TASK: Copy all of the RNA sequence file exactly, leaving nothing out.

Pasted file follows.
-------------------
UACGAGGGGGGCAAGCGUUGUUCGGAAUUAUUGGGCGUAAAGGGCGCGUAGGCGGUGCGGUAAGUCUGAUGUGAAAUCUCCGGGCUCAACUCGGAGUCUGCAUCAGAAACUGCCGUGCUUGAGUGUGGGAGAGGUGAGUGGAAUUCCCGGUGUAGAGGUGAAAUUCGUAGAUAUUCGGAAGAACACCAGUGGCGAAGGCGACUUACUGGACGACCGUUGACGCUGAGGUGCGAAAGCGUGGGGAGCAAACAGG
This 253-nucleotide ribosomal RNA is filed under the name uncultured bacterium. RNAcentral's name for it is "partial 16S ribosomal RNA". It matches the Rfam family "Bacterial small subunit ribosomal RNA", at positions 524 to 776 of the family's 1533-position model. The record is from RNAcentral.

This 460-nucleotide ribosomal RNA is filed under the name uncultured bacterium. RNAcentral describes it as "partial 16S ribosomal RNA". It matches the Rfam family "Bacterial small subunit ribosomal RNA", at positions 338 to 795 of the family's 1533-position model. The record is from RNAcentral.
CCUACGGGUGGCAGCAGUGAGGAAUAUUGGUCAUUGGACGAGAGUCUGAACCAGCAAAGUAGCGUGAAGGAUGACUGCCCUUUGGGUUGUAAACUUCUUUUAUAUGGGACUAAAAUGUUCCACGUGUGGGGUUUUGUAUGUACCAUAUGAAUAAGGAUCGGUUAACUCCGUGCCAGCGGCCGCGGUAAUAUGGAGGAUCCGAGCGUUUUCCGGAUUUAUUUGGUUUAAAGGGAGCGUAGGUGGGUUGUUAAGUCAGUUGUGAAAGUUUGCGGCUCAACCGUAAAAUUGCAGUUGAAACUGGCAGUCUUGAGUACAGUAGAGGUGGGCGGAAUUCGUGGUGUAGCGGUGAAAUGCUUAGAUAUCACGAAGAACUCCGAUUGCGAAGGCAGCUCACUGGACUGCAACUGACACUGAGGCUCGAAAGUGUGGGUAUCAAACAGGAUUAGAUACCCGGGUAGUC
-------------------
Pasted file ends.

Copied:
UACGAGGGGGGCAAGCGUUGUUCGGAAUUAUUGGGCGUAAAGGGCGCGUAGGCGGUGCGGUAAGUCUGAUGUGAAAUCUCCGGGCUCAACUCGGAGUCUGCAUCAGAAACUGCCGUGCUUGAGUGUGGGAGAGGUGAGUGGAAUUCCCGGUGUAGAGGUGAAAUUCGUAGAUAUUCGGAAGAACACCAGUGGCGAAGGCGACUUACUGGACGACCGUUGACGCUGAGGUGCGAAAGCGUGGGGAGCAAACAGG
This 253-nucleotide ribosomal RNA is filed under the name uncultured bacterium. RNAcentral's name for it is "partial 16S ribosomal RNA". It matches the Rfam family "Bacterial small subunit ribosomal RNA", at positions 524 to 776 of the family's 1533-position model. The record is from RNAcentral.

This 460-nucleotide ribosomal RNA is filed under the name uncultured bacterium. RNAcentral describes it as "partial 16S ribosomal RNA". It matches the Rfam family "Bacterial small subunit ribosomal RNA", at positions 338 to 795 of the family's 1533-position model. The record is from RNAcentral.
CCUACGGGUGGCAGCAGUGAGGAAUAUUGGUCAUUGGACGAGAGUCUGAACCAGCAAAGUAGCGUGAAGGAUGACUGCCCUUUGGGUUGUAAACUUCUUUUAUAUGGGACUAAAAUGUUCCACGUGUGGGGUUUUGUAUGUACCAUAUGAAUAAGGAUCGGUUAACUCCGUGCCAGCGGCCGCGGUAAUAUGGAGGAUCCGAGCGUUUUCCGGAUUUAUUUGGUUUAAAGGGAGCGUAGGUGGGUUGUUAAGUCAGUUGUGAAAGUUUGCGGCUCAACCGUAAAAUUGCAGUUGAAACUGGCAGUCUUGAGUACAGUAGAGGUGGGCGGAAUUCGUGGUGUAGCGGUGAAAUGCUUAGAUAUCACGAAGAACUCCGAUUGCGAAGGCAGCUCACUGGACUGCAACUGACACUGAGGCUCGAAAGUGUGGGUAUCAAACAGGAUUAGAUACCCGGGUAGUC